What Is Enteral Nutrition?

Enteral nutrition is an imperative part of modern day medicine. When people who are suffering or have suffered in the past from an illness that does not allow them to consume food and receive nutrition in a normal way, enteral nutrition gives them the ability to relieve the necessary nutrients to live. In a normal person, digestion occurs when food that has already been consumed is broken down in the stomach and the bowel. It is then absorbed in the bowel. Once absorbed these products are carried through the blood to all the parts of a person's body. 

Enteral nutrition, also known as tube feeding, distributes nutrition through a specially made liquid food mixture that is given to a person via a tube that goes into the person's small bowl or stomach. Normal standard mixtures contain the daily nutrients for a person to survive, carbohydrates (sugar), vitamins, fats, and minerals. Predigested feeds may also be given in certain situations, most commonly for patients suffering from inflammatory bowel disease or pancreatic insufficiency. These feeds are designed to improve nutrient absorption through the use of nitrogen. Enteral nutrition may be administered in a hospital situation or through a home care group, depending on the circumstances.

Who Can Benefit from Enteral Nutrition?
Enteral nutrition is given to people of all ages, from infants to the elderly. People receiving tube feeding can continue to live off of the nutrients they receive for as long as the tube feeding is necessary. The person receiving this feeding must have a digestive system that is functioning at least partially. Although enteral nutrition may be a lifelong need for some people, typically, the need for enteral nutrition is short lived and the tube is removed as soon as the person is able to digest foods normally again.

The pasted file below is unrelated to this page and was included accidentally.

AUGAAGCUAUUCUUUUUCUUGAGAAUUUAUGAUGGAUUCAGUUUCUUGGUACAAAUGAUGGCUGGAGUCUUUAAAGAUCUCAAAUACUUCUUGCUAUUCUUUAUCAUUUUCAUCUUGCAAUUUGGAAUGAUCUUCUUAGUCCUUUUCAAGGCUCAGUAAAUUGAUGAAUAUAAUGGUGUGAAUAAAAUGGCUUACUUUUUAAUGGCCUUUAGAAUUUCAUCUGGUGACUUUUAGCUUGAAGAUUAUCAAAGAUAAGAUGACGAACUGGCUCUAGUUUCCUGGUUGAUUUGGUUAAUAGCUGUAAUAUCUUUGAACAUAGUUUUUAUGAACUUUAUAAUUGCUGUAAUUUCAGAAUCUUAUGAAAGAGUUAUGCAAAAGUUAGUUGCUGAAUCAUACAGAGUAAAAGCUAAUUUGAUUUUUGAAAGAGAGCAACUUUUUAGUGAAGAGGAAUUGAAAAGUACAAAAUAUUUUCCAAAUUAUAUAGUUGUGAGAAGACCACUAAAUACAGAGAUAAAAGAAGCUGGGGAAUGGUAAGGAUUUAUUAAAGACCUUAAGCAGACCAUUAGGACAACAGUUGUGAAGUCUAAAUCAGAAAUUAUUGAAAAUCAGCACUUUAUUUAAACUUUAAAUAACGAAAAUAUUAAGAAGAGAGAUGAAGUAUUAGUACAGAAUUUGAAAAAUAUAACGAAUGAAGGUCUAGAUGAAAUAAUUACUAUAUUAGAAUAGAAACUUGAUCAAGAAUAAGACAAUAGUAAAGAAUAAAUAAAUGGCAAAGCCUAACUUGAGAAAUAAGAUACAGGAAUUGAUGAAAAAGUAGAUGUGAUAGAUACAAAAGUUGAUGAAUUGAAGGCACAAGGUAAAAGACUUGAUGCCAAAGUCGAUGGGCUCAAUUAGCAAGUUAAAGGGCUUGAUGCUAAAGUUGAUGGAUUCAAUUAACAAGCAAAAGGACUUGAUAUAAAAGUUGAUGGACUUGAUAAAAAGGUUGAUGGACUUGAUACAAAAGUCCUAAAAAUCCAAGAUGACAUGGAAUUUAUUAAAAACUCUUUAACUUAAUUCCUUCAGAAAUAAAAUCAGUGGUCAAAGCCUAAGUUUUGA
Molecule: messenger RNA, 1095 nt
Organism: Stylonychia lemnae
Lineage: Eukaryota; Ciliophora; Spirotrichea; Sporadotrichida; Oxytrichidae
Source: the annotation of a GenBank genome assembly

Some instances in which this type of feeding may be necessary are: people unable to eat properly due to an illness, persons with difficulty swallowing or a decreased appetite, or patients recovering from a surgery that interferes with their ability to eat. Additionally, a low flow enteral feeding, is sometimes used in conjunction with parenteral nutrition, which is the process of feeding a person intravenously in order to avoid the typical process of consumption and digestion, in order to maintain the full function of a patient's gut and reduce their likelihood of contracting cholestasis. Cholestasis is a condition in which bile is unable to move from the gallbladder to the duodenum. 
How does Enteral Nutrition Work?
There are different types of tubes from which tube feeding can be given. One type of tube is placed through the person's nose and into their stomach or bowel. This tube is called a nasoenternal, or nasogastic, feeding tube. The other most common type of feeding tube is called a jejunostomy tube, or a gastronomy tube. This tube goes directly into the skin and into the person's stomach or bowel. It is the job of a certified health care team to decide which tube is most beneficial to a person during their illness or following a surgery.